Stage Door Review 2019

Yaga

Oct 7, 2019

✭✭

written & directed by Kat Sandler

Tarragon Theatre, Tarragon Theatre Mainspace, Toronto

September 25-October 20, 2019

Yaga: “They would rather think I eat children than have them”

Yaga, currently having its world premiere at the Tarragon Theatre, is a rare misfire from the popular and prolific playwright Kat Sandler. Sandler moves from her signature genre of comedy into mystery, albeit a comic mystery, and produces a story that quite unlike her previous work is difficult to follow and ends with several twists that make nonsense of what has gone before. Sandler simultaneously tries to have the mystery represent a commentary on why men fear women but the result is a mystery where we really don’t care whether it is solved or not.

Most people, if they have heard of Baba Yaga at all, have either heard of her as a character in Russian fairy tales or may know that Mussorgsky musically depicted her famous house on chicken legs in his Pictures at an Exhibition (1847). When she is not dwelling deep in the forest, she flies about in a mortar with a pestle and uses a broom to sweep away any traces she leaves. Her nature is completely ambiguous. She is depicted both as a healer and as a cannibal who especially enjoys eating children. (For those who may be seeing Dvořák’s opera Rusalka (1901) at the COC this October, the witch Ježibaba is the Czech version of the same character.)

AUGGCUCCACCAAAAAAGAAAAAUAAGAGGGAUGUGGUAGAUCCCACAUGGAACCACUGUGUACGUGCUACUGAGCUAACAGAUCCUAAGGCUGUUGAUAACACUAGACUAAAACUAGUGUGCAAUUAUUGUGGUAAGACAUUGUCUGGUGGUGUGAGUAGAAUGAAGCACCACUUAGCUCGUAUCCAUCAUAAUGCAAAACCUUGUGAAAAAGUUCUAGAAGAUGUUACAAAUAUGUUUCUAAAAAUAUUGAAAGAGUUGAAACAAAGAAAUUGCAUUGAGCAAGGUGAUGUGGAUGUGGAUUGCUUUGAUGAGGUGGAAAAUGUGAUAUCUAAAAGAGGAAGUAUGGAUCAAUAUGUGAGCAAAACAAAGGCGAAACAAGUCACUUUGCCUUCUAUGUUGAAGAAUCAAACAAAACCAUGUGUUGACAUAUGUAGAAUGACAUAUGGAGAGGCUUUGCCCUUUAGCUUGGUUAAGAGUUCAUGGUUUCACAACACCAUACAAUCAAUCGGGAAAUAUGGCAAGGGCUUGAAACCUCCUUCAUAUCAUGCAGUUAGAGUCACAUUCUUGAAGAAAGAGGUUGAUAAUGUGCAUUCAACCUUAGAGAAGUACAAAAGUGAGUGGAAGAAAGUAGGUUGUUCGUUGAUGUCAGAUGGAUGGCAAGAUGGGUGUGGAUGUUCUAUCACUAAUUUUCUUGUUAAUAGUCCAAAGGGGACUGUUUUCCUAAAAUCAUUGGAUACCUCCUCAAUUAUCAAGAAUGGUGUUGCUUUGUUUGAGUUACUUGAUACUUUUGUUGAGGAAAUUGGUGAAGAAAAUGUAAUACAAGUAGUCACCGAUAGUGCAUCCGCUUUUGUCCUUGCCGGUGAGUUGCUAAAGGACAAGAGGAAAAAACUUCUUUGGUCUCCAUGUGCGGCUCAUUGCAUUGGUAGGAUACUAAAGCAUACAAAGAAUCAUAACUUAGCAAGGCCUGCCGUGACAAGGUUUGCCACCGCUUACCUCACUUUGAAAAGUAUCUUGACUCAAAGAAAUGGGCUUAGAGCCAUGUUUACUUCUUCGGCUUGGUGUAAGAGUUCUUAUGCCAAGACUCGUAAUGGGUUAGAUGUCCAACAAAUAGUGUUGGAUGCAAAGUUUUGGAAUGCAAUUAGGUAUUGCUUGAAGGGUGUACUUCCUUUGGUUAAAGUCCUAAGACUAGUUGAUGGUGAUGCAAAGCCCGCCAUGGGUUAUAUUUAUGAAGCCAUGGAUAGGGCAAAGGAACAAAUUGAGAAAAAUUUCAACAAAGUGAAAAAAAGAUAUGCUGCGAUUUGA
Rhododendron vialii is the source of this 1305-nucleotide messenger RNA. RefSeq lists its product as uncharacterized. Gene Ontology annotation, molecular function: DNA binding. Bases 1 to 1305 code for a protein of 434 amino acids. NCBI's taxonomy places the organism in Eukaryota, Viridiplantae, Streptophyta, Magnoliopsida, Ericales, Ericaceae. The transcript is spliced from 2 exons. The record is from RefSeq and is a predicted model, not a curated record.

Sandler’s play begins with a monologue by Baba Yaga (Seana McKenna), who comically dismisses the way she is portrayed in fairy tales and points out the sexism and ageism involved in the male portrayal of women after menopause as useless hags. These monologues delivered by McKenna in a Russian accent punctuate the action and provide increasingly detailed information about the character. The most important information for Sandler’s plot is that there are always three Yagas. Sometimes they are imagined as three sisters all with the same name. Sometimes they are imagined as grandmother, mother and daughter. Sandler doesn’t mention it but these three phases of womanhood correspond to the three phases of the moon that in classical Greek mythology are represented by the threefold goddess Hecate, Selene and Artemis.

After Yaga’s first monologue, we meet a university student Henry (Will Greenblatt), who is anxious to show his lizard to his science professor Katherine (also McKenna), a specialist in bones. Henry thinks he has discovered something amazing in noticing the lizard is growing back its tail, whereas the professor knows this is nothing new. It’s the result of a sacrifice pars pro toto.